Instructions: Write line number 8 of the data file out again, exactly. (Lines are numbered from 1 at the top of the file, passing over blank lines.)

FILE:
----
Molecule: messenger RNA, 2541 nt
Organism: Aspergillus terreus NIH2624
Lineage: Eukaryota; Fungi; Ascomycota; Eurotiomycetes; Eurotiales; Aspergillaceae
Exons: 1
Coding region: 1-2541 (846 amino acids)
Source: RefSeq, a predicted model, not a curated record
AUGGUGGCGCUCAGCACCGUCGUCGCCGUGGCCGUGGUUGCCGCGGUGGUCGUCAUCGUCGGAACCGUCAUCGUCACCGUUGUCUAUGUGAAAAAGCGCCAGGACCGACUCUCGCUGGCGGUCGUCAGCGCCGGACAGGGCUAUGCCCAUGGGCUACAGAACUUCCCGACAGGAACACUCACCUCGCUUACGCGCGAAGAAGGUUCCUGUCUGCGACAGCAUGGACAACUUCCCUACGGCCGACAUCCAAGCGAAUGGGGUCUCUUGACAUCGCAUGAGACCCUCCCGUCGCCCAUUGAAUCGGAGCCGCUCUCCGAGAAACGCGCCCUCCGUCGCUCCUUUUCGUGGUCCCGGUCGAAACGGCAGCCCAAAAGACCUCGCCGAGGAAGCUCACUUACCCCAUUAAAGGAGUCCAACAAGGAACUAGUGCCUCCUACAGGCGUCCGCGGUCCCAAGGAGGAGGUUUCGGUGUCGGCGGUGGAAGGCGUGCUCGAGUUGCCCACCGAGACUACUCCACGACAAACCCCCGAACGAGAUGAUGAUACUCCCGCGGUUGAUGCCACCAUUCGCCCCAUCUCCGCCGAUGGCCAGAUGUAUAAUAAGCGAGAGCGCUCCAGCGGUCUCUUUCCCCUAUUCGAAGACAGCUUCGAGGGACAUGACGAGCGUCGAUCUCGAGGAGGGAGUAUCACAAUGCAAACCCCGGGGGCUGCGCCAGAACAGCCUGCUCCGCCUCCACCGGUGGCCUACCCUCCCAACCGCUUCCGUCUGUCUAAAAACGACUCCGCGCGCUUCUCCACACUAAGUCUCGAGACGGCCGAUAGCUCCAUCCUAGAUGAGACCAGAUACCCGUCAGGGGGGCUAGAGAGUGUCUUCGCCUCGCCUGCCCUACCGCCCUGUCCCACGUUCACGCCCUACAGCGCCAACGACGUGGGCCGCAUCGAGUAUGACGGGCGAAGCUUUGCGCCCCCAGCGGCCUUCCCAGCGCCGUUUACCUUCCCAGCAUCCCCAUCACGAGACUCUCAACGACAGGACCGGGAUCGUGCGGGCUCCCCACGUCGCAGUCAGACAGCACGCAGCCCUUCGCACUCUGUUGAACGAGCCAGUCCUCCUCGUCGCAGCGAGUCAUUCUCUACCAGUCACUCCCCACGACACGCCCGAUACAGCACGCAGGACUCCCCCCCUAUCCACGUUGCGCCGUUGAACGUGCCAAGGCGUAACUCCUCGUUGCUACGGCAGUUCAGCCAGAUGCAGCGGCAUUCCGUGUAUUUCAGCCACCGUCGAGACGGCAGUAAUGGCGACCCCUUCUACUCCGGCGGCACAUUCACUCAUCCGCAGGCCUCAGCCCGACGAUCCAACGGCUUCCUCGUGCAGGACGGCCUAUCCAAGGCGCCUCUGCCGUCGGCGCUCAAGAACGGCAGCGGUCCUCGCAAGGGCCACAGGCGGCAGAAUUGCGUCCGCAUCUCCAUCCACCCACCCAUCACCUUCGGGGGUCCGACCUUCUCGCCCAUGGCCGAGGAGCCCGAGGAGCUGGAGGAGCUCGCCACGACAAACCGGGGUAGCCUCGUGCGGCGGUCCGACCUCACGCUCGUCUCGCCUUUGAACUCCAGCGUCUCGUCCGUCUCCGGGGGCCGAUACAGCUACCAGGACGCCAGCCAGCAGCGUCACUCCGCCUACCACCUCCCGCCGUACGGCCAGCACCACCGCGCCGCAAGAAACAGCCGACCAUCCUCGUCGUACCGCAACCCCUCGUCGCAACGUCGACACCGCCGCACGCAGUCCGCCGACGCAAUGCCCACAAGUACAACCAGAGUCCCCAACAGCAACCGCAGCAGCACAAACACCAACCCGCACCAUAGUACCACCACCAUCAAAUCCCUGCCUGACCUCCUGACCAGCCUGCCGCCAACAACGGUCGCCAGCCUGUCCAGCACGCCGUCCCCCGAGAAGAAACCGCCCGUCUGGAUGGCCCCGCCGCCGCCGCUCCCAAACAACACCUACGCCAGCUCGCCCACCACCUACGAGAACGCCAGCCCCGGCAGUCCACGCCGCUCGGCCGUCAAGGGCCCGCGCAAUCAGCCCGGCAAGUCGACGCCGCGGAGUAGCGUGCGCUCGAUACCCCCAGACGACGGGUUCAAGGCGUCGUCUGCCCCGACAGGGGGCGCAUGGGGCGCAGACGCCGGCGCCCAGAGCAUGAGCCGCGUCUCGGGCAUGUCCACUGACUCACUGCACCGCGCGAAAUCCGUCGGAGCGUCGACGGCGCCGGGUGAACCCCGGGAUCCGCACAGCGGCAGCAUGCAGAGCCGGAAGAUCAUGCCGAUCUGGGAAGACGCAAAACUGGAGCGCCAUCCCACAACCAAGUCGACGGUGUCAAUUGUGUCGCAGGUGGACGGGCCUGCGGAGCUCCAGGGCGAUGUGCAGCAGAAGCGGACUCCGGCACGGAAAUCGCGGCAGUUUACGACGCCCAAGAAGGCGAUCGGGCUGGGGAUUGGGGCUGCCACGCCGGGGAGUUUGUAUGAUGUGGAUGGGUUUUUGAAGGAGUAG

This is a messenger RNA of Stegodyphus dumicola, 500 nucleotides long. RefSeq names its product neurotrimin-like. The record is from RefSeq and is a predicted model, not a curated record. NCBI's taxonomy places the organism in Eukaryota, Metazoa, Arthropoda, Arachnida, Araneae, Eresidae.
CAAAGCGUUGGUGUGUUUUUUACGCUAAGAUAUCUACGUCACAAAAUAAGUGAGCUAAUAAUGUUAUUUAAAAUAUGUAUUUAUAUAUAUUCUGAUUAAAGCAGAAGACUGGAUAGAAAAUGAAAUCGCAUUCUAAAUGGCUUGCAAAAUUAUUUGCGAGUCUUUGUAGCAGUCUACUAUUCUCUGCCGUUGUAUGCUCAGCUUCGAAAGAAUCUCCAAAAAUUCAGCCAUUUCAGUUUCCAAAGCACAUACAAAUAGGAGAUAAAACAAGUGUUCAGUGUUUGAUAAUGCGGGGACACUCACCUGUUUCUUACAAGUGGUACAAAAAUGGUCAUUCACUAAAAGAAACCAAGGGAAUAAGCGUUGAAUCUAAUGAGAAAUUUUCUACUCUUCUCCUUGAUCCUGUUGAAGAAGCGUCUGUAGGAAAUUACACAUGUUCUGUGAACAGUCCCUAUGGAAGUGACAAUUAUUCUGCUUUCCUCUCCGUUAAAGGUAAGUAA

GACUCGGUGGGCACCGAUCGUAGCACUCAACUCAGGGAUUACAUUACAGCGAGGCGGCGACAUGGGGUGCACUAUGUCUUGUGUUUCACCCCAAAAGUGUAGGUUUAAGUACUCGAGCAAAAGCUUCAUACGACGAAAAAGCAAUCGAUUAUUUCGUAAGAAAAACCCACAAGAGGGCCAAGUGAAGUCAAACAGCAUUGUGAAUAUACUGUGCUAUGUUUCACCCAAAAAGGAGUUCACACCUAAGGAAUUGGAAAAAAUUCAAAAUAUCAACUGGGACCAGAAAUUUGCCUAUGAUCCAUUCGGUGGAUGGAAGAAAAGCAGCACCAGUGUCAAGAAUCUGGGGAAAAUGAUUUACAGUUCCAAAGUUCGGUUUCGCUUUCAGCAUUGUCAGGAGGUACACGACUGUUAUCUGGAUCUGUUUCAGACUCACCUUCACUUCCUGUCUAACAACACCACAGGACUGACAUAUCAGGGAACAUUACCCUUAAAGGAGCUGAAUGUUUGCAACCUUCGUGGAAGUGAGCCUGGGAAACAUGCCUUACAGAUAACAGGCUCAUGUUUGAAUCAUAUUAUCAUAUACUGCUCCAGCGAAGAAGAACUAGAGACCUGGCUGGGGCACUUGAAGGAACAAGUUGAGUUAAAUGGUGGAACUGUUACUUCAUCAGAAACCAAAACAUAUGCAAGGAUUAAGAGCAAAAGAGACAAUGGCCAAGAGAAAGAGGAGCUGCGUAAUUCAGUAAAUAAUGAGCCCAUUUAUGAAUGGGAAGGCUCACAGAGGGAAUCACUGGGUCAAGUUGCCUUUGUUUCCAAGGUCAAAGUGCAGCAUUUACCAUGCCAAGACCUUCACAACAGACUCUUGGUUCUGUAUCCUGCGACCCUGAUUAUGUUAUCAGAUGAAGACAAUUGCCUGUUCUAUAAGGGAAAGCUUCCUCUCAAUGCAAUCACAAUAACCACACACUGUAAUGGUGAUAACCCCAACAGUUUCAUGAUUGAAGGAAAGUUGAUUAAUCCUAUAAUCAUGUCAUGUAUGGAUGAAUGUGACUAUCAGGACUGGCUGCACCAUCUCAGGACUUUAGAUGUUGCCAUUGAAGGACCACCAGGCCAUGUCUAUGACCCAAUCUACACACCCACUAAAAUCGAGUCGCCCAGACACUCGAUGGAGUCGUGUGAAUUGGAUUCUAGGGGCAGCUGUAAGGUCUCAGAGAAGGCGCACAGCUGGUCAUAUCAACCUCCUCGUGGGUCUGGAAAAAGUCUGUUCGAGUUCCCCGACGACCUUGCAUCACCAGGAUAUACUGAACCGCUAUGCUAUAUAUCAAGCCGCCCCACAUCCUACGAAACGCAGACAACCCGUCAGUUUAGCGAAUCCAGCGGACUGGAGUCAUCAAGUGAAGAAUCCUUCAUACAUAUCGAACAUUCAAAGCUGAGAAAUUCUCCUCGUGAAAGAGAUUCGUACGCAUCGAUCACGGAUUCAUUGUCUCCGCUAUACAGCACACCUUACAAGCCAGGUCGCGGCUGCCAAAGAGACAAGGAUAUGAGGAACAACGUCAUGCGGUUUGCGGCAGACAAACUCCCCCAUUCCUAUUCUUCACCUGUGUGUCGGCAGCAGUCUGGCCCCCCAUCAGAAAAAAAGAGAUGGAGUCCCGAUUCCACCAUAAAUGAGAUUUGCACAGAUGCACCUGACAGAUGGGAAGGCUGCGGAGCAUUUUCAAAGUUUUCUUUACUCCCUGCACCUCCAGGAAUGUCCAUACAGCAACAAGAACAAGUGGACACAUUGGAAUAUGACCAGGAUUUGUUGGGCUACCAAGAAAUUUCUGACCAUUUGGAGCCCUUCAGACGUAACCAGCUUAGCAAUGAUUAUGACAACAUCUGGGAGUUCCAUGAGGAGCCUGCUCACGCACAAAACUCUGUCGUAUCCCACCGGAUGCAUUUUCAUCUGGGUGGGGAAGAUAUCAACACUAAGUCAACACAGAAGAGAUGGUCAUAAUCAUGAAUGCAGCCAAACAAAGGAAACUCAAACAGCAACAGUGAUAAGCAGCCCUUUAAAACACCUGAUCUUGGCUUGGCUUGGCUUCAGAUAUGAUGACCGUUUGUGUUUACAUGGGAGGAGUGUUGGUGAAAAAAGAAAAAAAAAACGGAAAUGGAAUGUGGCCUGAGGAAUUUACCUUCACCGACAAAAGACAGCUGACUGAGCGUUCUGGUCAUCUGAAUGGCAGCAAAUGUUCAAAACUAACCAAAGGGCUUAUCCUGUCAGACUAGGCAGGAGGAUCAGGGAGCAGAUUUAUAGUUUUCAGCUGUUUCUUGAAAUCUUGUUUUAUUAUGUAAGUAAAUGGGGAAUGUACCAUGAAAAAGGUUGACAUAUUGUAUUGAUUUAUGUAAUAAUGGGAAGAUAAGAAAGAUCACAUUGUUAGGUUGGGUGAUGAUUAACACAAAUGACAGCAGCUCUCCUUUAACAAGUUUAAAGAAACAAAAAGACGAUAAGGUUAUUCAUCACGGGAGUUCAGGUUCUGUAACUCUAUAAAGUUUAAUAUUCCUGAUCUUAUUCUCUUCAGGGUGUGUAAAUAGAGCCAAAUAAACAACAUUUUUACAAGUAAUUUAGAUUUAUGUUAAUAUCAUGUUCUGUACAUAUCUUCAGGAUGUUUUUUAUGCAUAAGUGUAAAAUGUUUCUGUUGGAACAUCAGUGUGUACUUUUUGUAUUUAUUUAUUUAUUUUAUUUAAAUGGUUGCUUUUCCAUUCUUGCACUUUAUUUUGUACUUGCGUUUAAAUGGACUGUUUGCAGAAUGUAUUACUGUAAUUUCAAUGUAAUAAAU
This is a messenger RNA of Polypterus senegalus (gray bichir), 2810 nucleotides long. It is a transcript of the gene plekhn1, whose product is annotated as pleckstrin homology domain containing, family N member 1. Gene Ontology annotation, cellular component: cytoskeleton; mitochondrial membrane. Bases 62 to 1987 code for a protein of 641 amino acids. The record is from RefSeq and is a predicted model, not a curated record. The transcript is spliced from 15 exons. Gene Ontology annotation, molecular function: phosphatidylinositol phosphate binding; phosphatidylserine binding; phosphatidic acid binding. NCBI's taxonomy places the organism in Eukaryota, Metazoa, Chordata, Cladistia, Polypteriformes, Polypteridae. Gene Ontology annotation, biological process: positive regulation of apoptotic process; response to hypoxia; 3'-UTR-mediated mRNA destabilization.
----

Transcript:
This is a messenger RNA of Stegodyphus dumicola, 500 nucleotides long. RefSeq names its product neurotrimin-like. The record is from RefSeq and is a predicted model, not a curated record. NCBI's taxonomy places the organism in Eukaryota, Metazoa, Arthropoda, Arachnida, Araneae, Eresidae.